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Confederates. But the day wore on, hour after hour, without anything more serious than a reconnoissance from the Third Corps in front of the Emmittsburg road, and some fighting on the skirmish line in front of the Second Corps. Responsibility for this long delay has remained in dispute. Generally speaking, the blame has been cast upon Longstreet, all the more since his accession to the Republican party and his acceptance of office under President Grant. It is alleged that Longstreet was in the early morning ordered to move around the left flank of the Union forces with a portion of his corps, and at the same time make a vigorous front attack with the remainder. A success on the Union left was to be followed up by the other Confederate troops, in order successively from their right to their left.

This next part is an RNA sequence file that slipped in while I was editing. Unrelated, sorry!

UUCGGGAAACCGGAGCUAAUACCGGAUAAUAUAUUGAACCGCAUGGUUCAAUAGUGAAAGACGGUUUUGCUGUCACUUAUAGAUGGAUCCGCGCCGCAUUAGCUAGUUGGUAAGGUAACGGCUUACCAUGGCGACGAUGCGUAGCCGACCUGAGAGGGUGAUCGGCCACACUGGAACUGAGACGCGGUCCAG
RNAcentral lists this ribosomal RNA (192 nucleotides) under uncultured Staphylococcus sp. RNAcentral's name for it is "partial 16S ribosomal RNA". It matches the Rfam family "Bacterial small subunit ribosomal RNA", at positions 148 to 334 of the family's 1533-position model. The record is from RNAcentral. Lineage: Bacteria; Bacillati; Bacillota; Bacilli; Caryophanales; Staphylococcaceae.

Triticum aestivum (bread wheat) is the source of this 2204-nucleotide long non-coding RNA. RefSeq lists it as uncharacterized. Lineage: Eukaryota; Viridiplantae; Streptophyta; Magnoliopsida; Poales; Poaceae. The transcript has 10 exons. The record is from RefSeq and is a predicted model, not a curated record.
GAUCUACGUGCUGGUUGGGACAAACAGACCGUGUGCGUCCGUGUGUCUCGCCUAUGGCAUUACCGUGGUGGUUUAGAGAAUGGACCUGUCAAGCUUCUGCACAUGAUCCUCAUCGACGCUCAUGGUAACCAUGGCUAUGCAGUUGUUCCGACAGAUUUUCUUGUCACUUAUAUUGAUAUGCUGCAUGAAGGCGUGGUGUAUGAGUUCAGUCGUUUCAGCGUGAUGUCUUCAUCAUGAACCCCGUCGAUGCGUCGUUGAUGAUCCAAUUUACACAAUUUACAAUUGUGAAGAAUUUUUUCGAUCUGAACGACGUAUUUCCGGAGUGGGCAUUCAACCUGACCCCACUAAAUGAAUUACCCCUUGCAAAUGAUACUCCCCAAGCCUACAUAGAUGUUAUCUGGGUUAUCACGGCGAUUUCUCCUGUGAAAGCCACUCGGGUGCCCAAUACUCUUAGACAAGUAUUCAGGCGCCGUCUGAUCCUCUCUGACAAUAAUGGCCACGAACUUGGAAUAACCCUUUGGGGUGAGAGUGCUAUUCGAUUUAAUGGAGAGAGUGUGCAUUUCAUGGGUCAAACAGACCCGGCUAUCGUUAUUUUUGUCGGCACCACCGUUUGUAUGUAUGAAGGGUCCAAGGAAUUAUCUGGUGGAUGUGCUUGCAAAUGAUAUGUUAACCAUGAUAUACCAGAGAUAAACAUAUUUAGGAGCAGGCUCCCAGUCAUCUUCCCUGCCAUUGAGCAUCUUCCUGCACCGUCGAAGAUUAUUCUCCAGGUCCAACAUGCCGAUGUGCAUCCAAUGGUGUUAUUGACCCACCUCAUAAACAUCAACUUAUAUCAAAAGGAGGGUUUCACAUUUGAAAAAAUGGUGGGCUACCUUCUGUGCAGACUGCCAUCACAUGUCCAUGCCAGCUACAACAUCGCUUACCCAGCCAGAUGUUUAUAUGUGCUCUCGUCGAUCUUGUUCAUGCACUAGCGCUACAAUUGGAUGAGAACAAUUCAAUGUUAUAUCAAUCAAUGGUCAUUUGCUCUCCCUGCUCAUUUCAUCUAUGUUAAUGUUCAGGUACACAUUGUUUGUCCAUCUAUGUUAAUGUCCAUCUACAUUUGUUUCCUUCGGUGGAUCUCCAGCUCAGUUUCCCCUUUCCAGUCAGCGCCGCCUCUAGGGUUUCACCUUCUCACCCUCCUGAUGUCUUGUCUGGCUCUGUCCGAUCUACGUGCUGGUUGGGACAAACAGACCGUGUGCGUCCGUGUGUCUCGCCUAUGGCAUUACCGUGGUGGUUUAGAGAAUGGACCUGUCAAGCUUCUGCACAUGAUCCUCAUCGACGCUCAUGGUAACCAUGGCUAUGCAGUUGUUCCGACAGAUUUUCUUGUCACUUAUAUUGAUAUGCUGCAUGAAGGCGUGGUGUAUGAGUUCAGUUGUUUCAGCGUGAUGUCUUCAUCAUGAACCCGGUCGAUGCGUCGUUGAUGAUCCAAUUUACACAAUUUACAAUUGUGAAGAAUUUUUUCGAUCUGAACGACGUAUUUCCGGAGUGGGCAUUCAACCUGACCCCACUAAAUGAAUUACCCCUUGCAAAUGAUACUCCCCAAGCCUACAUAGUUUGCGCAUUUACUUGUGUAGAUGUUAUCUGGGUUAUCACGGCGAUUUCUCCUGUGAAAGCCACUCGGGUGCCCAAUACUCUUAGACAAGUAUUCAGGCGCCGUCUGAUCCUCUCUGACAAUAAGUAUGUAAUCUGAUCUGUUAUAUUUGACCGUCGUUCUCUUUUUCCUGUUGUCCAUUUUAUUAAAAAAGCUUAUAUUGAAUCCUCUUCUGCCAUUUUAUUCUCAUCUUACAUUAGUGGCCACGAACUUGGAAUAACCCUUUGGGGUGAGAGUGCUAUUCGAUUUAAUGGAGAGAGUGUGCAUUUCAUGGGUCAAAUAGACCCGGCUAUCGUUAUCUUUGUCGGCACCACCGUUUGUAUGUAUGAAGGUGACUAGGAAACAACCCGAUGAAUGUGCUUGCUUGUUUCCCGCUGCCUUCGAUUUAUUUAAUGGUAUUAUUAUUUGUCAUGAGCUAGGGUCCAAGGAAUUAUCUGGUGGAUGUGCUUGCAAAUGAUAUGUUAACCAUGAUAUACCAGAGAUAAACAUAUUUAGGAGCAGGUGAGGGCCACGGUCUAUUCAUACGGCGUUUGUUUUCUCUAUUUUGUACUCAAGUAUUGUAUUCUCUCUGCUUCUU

However it came about, the attack was, in fact, delayed until about four o'clock in the afternoon, at which time the Fifth Corps was up on our side and lay ..resting after its long march, along Rock Creek, at the Baltimore pike. Meanwhile, however, a change had taken place in the disposition of the Union forces—a change fraught with momentous consequences. General Sickles, dissatisfied with the ground on which his corps was drawn up and seeing that the ridge over which the Emmittsburg road ran in his front was at some points higher than his own, suddenly and without notice either to Meade or to Hancock, advanced his troops to the Emmittsburg road, along which he extended his line (Humphreys's division on the right) as far as the Peach Orchard, from which point it was "refused," or drawn back at an angle toward, but not to, Little Round Top, the left of the" corps resting on the "Devil's Den," a wild, rocky bit of country strangely in contrast with the general character of the region. So that when Longstreet, after compassing his long detour, brought Hood's and McLaws's divisions up against the Union left, that line had been advanced to meet him part way, and offered to his attack an angle both sides of which it was in his power to enfilade by artillery fire.